Engineering a better world using mirrors, sun and steam

Engineering a better world using mirrors, sun and steam
Kilowatt-scale prototype plant. Credit: Rensselaer Polytechnic Institute

Partha Dutta, a professor of electrical, computer, and systems engineering at Rensselaer Polytechnic Institute, envisions a not-so-distant future where even the most remote parts of the world would have access to clean and renewable energy. His vision wouldn't require a large power grid or expensive technology. Instead, he believes it could be accomplished using simple mirrors, local resources, and the sun.

"I call this 'engineering for a better world,' which means that you have to use affordable, accessible, and adequate resources," Dutta said.

Dutta's design generates heat by capturing sunlight, which then is used to convert water into steam. That steam can be used to directly power a steam turbine, or in this system, it can be stored for later use.

Producing energy by concentrating sunlight is not entirely new. But what sets Dutta's concept apart from other concentrated , he said, is that his plant is simple to construct, relies on local materials, and doesn't require the use of molten salt, which can cause corrosion within the system's pipes. These features mean lower assembly and maintenance costs, which would make a major difference for many communities.

"We've designed a concentrator that can be made out of small mirrors, which is very inexpensive," he said. "It can be made by a local labor force, without special training."

Dutta recently built a kilowatt-scale prototype plant in Bhopal, India, successfully demonstrating the proof of concept.

Credit: Rensselaer Polytechnic Institute

Finding an alternative to the molten salt typically used in such systems was a critical step. Dutta and his research team at Rensselaer studied hundreds of different materials, focusing on how well each material stores heat. Dutta took that information to the field in order to find natural and abundant materials in Bhopal that most closely match ideal thermal properties uncovered in the lab.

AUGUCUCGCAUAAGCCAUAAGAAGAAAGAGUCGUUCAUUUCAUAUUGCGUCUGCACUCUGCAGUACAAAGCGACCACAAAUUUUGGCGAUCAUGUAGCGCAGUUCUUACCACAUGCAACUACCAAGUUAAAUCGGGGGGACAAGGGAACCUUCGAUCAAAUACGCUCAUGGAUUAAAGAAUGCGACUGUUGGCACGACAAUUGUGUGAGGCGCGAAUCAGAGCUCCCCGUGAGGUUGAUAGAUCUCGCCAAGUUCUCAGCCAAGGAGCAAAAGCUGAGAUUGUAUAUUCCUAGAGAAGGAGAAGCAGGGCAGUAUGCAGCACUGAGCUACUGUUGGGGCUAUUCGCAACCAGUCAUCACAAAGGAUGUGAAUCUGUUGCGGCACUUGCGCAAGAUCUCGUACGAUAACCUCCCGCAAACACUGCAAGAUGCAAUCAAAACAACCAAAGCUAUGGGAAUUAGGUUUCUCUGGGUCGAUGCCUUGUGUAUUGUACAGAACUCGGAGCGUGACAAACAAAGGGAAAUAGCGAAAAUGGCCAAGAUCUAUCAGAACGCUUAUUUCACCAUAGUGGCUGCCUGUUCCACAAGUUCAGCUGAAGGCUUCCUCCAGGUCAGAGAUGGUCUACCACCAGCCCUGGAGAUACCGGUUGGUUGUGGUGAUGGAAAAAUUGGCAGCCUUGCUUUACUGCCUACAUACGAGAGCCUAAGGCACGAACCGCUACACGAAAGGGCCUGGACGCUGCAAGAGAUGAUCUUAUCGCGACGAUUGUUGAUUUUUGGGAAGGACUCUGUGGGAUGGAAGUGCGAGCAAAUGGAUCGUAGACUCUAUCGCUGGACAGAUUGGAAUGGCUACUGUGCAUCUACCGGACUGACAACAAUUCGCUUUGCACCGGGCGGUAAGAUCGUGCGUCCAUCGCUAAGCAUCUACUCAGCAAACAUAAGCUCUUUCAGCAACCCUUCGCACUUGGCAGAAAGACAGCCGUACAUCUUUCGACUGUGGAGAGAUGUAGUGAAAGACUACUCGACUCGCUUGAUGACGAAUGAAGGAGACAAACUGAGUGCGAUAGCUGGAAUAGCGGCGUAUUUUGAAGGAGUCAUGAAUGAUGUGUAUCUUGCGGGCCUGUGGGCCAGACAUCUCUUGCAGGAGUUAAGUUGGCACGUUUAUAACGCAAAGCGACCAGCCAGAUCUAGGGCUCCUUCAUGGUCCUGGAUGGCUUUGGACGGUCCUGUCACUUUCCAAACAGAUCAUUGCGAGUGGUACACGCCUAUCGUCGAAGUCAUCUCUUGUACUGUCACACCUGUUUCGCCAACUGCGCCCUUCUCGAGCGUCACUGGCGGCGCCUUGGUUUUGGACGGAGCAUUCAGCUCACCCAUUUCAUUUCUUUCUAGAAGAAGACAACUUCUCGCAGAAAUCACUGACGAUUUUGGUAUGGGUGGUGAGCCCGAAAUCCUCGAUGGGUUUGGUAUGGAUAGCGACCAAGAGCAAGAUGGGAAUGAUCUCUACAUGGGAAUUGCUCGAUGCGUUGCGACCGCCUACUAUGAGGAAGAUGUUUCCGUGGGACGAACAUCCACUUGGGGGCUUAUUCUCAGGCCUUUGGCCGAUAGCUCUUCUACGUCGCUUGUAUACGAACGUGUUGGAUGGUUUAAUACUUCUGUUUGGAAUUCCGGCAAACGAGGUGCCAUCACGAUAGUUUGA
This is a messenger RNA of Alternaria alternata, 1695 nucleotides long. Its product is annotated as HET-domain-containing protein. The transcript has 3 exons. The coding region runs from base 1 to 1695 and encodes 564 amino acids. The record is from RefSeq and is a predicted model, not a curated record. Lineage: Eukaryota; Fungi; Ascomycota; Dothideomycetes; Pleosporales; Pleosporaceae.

What he found were earth-abundant thermal rocks that were placed inside a tank for heat storage—a key element for ensuring energy can be produced at any time of day. At night, for instance, when energy from the sun isn't available, the heat stored within the rock material will convert water into steam to be used for electricity.

Dutta sees this system as a clean alternative to coal and fossil fuels that feed thermal power plants—in turn reducing greenhouse gas emissions. It could also usher in greater energy efficiency in that require heat.

This energy independent, efficient, and sustainable system, he said, can be used anywhere—including in urban areas where demand for electricity is high. But Dutta believes the largest potential is in bringing power to areas across the globe that currently have no access to electricity.

"It's a clean way of generating ," Dutta said. "The potential is expansive. With this energy source, you can do heating, you can do cooking, you can create electricity, you can do water purification, which is a very big thing in many parts of the world."

Dutta plans to expand this research. He hopes to demonstrate a megawatt-scale plant within the next year or so, in order to continue to show the potential of this environmentally and financially friendly approach to producing solar . He is also looking to create high temperature supercritical steam through this process—a move that would increase efficiency of electricity generation by turbine.


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